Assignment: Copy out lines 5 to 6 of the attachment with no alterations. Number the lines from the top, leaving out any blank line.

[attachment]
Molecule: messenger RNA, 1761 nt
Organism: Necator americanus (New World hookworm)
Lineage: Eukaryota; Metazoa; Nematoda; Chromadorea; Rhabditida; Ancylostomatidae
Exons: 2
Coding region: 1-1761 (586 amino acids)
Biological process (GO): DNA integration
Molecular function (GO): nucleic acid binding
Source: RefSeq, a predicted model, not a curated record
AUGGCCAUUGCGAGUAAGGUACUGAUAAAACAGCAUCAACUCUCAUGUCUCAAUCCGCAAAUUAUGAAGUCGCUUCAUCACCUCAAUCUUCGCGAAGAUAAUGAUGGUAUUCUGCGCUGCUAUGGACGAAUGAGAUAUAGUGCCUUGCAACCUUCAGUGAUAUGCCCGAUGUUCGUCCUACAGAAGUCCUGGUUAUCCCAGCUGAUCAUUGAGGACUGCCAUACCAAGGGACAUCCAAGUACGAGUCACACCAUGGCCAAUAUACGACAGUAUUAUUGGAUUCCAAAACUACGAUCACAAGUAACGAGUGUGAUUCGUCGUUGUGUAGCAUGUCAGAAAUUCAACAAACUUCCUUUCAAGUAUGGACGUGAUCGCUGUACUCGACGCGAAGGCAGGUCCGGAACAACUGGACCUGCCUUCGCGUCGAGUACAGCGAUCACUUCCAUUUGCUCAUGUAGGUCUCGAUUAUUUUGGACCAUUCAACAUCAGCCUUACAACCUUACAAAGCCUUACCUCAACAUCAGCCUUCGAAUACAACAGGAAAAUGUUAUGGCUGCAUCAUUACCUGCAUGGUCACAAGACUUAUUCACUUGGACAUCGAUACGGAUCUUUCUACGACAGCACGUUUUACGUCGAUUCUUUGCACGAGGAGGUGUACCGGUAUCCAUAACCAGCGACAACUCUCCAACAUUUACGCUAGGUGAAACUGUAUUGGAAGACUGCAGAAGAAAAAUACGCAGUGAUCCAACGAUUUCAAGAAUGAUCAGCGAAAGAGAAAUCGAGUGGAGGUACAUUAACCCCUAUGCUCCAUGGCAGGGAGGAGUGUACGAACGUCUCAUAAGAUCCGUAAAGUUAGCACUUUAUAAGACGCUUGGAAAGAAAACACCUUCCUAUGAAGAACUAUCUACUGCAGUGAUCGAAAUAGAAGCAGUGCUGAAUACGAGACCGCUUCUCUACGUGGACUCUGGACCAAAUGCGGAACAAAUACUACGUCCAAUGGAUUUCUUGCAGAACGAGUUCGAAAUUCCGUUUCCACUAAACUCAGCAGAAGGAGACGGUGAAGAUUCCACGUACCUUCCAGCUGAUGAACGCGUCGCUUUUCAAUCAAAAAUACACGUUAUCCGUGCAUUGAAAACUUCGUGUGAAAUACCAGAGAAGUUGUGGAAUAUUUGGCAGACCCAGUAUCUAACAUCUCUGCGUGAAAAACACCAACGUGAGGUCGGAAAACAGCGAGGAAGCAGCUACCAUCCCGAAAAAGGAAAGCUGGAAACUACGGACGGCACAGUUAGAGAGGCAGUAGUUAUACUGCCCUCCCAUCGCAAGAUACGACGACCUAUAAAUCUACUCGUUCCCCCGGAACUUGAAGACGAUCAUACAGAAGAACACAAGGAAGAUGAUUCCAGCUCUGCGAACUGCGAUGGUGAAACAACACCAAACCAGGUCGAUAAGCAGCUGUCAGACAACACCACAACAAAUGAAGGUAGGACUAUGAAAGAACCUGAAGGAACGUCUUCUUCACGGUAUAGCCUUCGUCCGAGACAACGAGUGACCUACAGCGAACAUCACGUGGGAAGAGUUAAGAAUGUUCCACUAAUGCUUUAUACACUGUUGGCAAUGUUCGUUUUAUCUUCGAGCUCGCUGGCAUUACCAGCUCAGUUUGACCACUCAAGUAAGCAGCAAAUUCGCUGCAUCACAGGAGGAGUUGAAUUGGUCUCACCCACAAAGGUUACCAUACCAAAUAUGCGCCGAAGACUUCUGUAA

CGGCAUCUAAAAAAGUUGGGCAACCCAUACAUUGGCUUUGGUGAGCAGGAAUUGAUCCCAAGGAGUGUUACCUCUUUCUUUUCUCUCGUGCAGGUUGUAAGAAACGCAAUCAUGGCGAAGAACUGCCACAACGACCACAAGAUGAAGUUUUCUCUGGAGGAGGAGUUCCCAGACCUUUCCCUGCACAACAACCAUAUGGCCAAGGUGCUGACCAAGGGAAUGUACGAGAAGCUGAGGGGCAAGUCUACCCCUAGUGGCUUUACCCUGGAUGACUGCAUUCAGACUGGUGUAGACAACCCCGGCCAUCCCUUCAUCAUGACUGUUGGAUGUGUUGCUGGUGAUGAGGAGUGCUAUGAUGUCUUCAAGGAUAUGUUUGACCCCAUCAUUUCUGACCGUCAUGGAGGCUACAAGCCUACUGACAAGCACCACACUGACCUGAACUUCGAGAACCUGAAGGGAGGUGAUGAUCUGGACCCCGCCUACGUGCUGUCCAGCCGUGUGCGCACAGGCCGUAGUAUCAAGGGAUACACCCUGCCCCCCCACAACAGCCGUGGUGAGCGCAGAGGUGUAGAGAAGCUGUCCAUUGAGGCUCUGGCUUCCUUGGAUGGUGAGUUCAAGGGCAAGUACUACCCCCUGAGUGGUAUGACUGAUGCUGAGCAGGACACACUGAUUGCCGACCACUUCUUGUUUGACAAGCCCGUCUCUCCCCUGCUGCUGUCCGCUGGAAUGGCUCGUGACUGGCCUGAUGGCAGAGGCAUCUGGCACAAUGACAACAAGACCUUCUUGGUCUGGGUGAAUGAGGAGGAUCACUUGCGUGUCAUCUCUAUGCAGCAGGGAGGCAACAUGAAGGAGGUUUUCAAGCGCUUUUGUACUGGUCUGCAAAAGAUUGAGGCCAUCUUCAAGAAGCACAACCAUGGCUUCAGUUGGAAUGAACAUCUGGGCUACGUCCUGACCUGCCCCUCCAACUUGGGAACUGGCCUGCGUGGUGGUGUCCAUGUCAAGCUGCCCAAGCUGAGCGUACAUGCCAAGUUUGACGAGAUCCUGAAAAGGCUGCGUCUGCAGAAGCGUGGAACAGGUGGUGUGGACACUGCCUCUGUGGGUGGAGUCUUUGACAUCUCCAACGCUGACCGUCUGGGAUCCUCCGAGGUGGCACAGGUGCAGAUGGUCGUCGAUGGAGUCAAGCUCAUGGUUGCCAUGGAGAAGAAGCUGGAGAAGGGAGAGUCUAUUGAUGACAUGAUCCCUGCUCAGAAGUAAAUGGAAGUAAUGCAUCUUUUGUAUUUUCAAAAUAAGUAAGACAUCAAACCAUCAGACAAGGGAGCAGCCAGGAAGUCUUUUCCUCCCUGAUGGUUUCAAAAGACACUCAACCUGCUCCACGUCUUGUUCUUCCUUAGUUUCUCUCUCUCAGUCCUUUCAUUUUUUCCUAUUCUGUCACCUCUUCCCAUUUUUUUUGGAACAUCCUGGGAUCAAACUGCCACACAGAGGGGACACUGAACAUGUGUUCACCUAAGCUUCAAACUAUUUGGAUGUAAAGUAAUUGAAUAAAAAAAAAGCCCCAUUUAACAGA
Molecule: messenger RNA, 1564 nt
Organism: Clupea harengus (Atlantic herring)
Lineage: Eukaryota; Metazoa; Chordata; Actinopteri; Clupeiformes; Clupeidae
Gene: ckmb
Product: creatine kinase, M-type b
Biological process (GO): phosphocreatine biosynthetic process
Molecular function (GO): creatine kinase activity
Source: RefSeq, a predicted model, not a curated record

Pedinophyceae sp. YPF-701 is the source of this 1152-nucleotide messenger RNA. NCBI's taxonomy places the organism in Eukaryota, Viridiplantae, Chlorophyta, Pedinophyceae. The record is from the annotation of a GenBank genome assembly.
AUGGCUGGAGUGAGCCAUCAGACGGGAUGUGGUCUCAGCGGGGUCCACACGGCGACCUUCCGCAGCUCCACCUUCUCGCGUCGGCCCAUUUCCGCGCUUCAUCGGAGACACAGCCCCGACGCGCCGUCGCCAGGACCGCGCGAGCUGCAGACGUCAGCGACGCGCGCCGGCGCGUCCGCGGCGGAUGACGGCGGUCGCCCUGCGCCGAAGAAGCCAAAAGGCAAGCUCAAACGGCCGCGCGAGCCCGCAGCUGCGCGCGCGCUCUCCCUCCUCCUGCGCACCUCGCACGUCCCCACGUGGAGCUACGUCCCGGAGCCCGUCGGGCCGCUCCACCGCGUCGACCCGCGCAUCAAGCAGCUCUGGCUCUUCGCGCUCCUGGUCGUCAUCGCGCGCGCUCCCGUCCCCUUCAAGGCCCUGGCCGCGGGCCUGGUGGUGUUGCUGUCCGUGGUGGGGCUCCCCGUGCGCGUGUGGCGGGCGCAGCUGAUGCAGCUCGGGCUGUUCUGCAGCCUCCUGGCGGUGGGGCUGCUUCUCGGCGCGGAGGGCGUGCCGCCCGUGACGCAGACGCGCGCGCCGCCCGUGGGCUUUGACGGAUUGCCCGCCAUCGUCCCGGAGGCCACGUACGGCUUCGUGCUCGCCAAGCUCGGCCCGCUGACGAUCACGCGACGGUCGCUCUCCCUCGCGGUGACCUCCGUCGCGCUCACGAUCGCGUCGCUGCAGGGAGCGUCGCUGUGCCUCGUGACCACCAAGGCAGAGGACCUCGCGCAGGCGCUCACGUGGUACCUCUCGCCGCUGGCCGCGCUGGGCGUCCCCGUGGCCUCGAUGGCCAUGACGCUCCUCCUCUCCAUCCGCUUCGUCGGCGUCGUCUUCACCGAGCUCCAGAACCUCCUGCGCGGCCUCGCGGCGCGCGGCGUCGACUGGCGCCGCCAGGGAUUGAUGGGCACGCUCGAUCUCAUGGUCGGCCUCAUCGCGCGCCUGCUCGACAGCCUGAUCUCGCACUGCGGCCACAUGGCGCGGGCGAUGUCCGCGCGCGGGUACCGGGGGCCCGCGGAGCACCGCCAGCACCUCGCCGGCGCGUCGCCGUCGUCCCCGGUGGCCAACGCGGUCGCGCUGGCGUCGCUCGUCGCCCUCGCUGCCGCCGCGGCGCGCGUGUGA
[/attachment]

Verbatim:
Coding region: 1-1761 (586 amino acids)
Biological process (GO): DNA integration